The department encompasses two disciplines that share a commitment to pursue the fundamental questions of human existence, particularly at the intersection of faith and knowledge, and to examine the various ways in which the traditions of philosophy and religion have answered these questions.
The academic study of religion is an exciting approach to a liberal arts education. It is inherently interdisciplinary—drawing upon the insights of history, sociology, politics, philosophy and literature, among others. The program is designed to provide opportunities for students to approach religious traditions in a variety of ways—including an exploration of rituals, beliefs, theology, ethics, communal worship, etc. With courses in the study of the Bible and the history of Christian thought, the major gives students a solid grounding in Christian traditions. The program is further designed to expose students to the rich history and variety of the world’s religious traditions.
The Samuel Thompson Club for Philosophy and Religious Studies is a student organization founded by majors dedicated to pursuing the discussion of philosophical and theological topics beyond the classroom. Recently the Club has sponsored discussions of environmental ethics, multiculturalism, feminism, the spiritual life, and business ethics.
The department has sent majors to the Newberry Library program in Chicago to pursue various studies in philosophy and religion as they relate to Newberry's collections in these fields.
Career and Graduate School Opportunities
Our alums go on to a variety of careers after Monmouth. Some of our most recent majors include a graduate student in philosophy at Northern Illinois University; a law school student at Washington University, St. Louis, MO, Northern Illinois University, and at Chicago-Kent College of Law.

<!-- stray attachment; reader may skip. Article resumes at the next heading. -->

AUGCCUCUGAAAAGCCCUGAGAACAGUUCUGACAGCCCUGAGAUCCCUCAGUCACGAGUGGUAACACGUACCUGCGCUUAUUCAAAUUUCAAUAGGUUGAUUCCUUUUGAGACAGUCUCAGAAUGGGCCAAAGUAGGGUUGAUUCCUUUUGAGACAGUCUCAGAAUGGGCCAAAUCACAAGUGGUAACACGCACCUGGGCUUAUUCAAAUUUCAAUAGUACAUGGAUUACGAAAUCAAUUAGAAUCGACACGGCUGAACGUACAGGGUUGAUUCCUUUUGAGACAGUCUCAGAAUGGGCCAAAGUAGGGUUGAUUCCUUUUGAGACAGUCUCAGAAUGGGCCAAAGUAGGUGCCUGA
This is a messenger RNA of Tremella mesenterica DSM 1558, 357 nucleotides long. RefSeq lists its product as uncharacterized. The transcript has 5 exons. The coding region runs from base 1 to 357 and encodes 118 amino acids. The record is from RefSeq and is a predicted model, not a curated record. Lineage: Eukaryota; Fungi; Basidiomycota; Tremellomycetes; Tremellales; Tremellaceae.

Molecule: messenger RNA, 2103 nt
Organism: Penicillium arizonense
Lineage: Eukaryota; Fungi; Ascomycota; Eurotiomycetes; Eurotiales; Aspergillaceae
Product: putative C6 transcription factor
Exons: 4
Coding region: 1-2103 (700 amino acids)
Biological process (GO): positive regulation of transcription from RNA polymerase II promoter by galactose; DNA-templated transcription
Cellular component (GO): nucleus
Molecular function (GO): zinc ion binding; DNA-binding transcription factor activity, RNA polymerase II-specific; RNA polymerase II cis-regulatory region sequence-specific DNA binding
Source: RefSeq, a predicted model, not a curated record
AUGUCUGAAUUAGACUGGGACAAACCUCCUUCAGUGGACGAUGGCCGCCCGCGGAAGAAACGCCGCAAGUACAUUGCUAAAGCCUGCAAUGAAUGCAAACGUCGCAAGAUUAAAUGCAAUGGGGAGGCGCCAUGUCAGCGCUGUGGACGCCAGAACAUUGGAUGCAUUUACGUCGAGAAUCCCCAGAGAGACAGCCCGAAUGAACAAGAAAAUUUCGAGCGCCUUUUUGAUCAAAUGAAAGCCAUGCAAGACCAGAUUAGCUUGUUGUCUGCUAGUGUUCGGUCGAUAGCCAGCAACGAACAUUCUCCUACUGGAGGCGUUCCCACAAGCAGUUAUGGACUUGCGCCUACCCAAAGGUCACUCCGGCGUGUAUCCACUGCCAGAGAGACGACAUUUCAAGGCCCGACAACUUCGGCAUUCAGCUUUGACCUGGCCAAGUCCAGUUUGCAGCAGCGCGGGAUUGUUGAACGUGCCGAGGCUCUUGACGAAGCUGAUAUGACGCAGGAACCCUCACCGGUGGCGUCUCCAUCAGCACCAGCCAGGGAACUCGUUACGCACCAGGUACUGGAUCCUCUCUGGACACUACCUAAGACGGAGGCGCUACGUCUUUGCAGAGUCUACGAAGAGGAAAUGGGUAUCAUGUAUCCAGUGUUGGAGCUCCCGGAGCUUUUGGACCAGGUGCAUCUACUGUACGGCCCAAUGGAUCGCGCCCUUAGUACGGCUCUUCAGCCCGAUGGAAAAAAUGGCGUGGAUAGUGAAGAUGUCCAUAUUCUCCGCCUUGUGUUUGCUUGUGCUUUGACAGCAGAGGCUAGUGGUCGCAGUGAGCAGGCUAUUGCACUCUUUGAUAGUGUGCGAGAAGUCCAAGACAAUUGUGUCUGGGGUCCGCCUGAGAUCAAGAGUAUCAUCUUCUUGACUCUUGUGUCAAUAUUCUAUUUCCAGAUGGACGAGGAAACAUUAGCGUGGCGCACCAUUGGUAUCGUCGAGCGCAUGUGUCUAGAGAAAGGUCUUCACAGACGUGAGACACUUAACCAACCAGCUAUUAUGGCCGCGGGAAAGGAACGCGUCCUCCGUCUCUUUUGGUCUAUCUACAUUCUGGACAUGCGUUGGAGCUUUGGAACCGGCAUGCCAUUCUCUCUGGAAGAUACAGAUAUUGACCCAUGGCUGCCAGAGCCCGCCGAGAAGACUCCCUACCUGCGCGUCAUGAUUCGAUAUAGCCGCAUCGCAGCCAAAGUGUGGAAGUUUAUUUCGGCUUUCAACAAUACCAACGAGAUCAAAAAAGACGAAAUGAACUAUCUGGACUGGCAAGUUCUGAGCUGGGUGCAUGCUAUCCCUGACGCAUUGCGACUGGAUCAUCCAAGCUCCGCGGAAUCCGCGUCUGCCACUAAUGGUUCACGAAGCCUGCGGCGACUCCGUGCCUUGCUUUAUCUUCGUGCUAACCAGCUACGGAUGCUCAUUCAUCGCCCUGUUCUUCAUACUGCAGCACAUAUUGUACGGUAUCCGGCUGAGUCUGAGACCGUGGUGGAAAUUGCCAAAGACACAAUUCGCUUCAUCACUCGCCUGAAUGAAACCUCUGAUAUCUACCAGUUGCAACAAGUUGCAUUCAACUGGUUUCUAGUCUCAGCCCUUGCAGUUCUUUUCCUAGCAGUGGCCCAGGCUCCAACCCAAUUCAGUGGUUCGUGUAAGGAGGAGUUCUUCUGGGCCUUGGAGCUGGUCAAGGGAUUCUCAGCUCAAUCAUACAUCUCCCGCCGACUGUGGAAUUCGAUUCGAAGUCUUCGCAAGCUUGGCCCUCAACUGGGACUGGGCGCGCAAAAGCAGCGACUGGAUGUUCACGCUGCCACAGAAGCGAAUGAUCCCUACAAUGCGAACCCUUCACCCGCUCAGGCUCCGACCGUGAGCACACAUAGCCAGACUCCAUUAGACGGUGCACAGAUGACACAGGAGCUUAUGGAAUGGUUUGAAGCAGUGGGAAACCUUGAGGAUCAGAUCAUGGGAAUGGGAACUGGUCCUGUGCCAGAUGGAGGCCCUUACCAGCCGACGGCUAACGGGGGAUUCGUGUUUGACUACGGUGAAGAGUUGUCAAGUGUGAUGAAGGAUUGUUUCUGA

The concentration in religious studies
This program prepares students to apply to study at theological seminaries, graduate programs in religious studies, or other disciplines in the humanities (history; philosophy; languages; linguistics; literature; jurisprudence; the history, theory, and criticism of the arts; ethics; and those aspects of the social sciences that employ historical or philosophical approaches).
Career possibilities after seminary include full-time work in ministry (ordained ministry, priesthood, rabbinate, chaplaincy, etc.), religious education (for example, director of Christian youth ministries), or administrative positions within the regional or national organizations of religious denominations or institutions. Career possibilities after graduate school in religious studies include teaching and research in higher education, editorial positions with publishers of religious studies or religious journalism, or teaching in private schools.
The concentration in religious studies can be combined with many other majors at Monmouth to result in a double major that opens further career possibilities: for example, English and religious studies opens doors to graduate school or religious publishers; Communication and Theater Arts and religious studies opens doors to a concentration in preaching in seminary, religious journalism, or or religious drama; Education and religious studies would provide a good background for a Director of Christian education in a parish; Psychology and religious studies would provide background for a student seeking to become a social worker for a religious welfare agency.